STORMWATER expert Craig Rothleitner finally got a dangerous flooding problem fixed on Riseley Street in Applecross last week, but he’s still got a bee in his bonnet about Perth’s drains.
Mr Rothleitner told the Herald he’d been piping up about the blocked drain at the corner of Riseley Street and Drew Road for more than a year over fears for the safety of school children and the elderly crossing guards that help them across the busy road.
After each downpour a pretty decent puddle develops in front of the crossing, and the guards look like bootscooters each time they jump back to avoid the splash from a passing car and rush forward to try and make the crossing safe for kids.
“Now, these ladies who are in the later stage of life, absolutely should not be having to work in these conditions,” Mr Rothleitner said.
Former councillor Robert Willis said he’d also noted the problem with concern: “Many elected members and staff must drive past this site and nothing appears to be happening to make this site safe for children crossing the road or the traffic wardens,” Mr Willis said.
However, not long after this the Melville Residents and Ratepayers Association took up the case, and after a couple of their emails to Melville council, Mr Rothleitner said a contractor rolled up in a big truck and spent the morning sucking out the drains, as well as a couple in front of his nearby house.
Despite being happy about the cleared drain, Mr Rothleitner says the problem underlines the poor state of Perth’s drainage system, which each year dumps millions of litres of polluted stormwater into our lakes and ocean.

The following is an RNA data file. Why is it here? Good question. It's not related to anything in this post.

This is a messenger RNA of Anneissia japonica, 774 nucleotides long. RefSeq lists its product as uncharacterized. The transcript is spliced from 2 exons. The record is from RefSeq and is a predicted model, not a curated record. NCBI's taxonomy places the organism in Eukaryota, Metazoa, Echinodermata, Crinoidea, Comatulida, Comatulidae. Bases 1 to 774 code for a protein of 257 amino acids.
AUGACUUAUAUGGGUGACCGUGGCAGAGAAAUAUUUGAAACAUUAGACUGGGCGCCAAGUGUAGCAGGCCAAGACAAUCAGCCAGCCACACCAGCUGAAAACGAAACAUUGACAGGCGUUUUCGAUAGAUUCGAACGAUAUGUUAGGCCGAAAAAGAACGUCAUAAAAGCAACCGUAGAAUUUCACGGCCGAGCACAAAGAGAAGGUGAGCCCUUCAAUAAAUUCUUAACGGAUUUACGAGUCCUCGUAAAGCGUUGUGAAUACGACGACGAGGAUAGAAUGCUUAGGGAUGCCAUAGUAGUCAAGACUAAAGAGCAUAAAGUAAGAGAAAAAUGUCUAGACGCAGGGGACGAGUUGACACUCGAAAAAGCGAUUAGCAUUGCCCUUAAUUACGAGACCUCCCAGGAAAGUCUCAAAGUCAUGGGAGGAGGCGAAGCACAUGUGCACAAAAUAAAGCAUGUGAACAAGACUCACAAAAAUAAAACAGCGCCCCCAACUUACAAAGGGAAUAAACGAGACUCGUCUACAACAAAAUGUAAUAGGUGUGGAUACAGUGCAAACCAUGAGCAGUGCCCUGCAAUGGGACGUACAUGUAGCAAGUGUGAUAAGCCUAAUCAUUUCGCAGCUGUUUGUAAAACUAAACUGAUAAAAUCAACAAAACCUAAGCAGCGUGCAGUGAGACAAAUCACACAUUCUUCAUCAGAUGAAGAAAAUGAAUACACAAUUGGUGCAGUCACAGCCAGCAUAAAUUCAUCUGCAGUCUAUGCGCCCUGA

He’s invested years developing a basket filter which he claims catches more than 90 per cent of the waste that goes down a drain and can be cleaned for a fraction of the price of the current method, but says he can’t get authorities interested.
He reckons partly that’s because its cheaper for land developers to put in a bog standard drain before handing over the infrastructure to councils, partly because there’s big money involved for companies the clean drains, but also because admitting to the issue would expose what he believes is the biggest infrastructure “scandal” in the state’s history.
“Because our drains are open 24/7 what happens is that this infrastructure is transforming our rainfall into contaminating our groundwater,” Mr Rothleitner said.
“Rain is the Earth’s only groundwater replenisher.”
Mr Rothleitner also pointed to studies in the United States which found eutrophication in stormwater drains provided a perfect environment for toxic algal blooms and could lead to health impacts on nearby residents.
Mr Rothleitner says the filter system developed by his company ARI Water Solutions has been tested by the CSIRO and Curtin University, while he’s also in the process of negotiating a trial in Singapore, a world-leader in stormwater management. He says he can’t understand why locally he can’t get any traction.
By STEVE GRANT